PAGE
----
“I finished the song on holiday in Crete, but thought there was no market for a song about Buddy Holly. Then John Hamilton of EQ Studios in Watford told me about the competition when I was demoing another song with Billy Dean. Billy Kuy played guitars and bass on ‘Got The T-shirt’, with a drum machine for the rhythm.”
Now there’s a funny thing: Billy K. was in the Outlaws, who backed Mike Berry on the original ‘Tribute’. These old Outlaws just won’t lie down – others include Chas Hodges (Chas and Dave) and Ritchie Blackmore. What about Jim Imray’s musical past?
“I just about play the guitar… I once had two songs recorded in an independent deal, but it cost me more than I made out of it.
“I remember my Mum shouting ‘Buddy Holly’s on!’ during Two-Way Family Favourites, when I was out in the garden – it was ‘Oh Boy’. I have two Holly LP’s, but Paul Simon is my song-writing idol. I like Paul McCartney too: I spent my dinner money to see the Beatles at Romford ABC in 1963. ‘Please Please Me’ had just come out. Chris Montez topped the bill, Tommy Roe was on too and the Beatles closed the first half.”
Aged 39, bearded and genial, Jim is landlord of the Salisbury Arms at Hoddesdon, Hertfordshire: “Food at all times, bed and breakfast… (Billy Dean: ‘… and a song in the morning.’) The juke box is mostly current stuff, but it has got ‘Mull of Kintyre’. Billy Dean sings there and we also have jazz and big band nights. We like to encourage live music.”
Yet Billy D. now performs to backing tapes when singing live.. (“It was impossible to make money with a band.”) He toured with Roy Orbison for six years, singing harmony and playing guitar, and Jim is full of praise for his singing on ‘Got The T-shirt’: “I doubt I’d have won it without his performance.”
They hope to make an album together, but the topic of the moment is which star name will record ‘Got The T-shirt’.
“Shakin’ Stevens may do it,” says Jim. “Mike Leander is also interested.”
Jim and Billy had an early chance to impress Shaky’s producer, Stuart Colman, when they appeared on his Radio London Echoes programme the following Sunday. Stuart had been at the lunch when, out of the blue, Billy was asked up on stage to sing ‘Got The T-shirt’ – luckily there was a lyric sheet handy. Carol Imray seemed to enjoy herself and got Paul’s autograph on leaving, together with a smackeroo on the cheek. For husband Jim, it could be the breakthrough that all non-performing writers need. “I write songs across the board. There’s a song that would suit Neil Diamond down to the ground, and one that would suit Cliff Richard. I’ve always been a song man, rather than an artist man.”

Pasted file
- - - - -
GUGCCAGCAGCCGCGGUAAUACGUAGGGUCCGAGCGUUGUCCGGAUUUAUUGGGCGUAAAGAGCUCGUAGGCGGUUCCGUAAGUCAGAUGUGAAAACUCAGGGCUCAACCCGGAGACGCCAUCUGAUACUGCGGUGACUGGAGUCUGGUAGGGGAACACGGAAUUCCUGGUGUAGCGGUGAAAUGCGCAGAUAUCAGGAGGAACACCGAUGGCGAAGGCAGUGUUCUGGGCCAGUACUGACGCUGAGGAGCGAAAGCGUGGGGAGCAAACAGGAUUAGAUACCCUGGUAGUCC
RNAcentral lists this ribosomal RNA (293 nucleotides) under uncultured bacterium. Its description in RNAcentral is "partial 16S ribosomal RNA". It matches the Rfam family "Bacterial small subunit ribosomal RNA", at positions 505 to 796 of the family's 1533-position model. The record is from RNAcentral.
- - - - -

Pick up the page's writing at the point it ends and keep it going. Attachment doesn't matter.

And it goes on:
Perhaps he dances as well… Oh, there’s Mike Batt, who wrote ‘I Feel Like Buddy Holly’. And there’s the chap who sang it, Alvin Stardust, up on stage with a motley crew (aren’t they a heavy metal group?) including DJ and Elvis nut Tony ‘Yer Royal Ruler’ Prince and legendary Pirates guitarist Mick Green. (See ‘Long Ago’ feature.) Now who’s that bounding on stage left? Ian lachimoe? Phil McKerriss? Paul McCartney!
It certainly was and in no time Paul, Alvin and Tony launched into a good-natured medley of ‘What’d I Say’ and ‘Mean Woman Blues’, Mick unleashing some scorching phrases while the band belted out the time-honoured tunes. Anyone who saw Paul’s Prince’s Trust performance will know that this sort of stuff is in his blood and always draws a fresh, spontaneous performance from him.
So it was on 9th September, making us doubly grateful for Buddy Holly Week. While honouring one great performer, we got a surprise treat from another -roll on next year!
Last updated on March 27, 2020
This was the 1st and only concert played at Dolphin Brasserie.
Setlist for the concert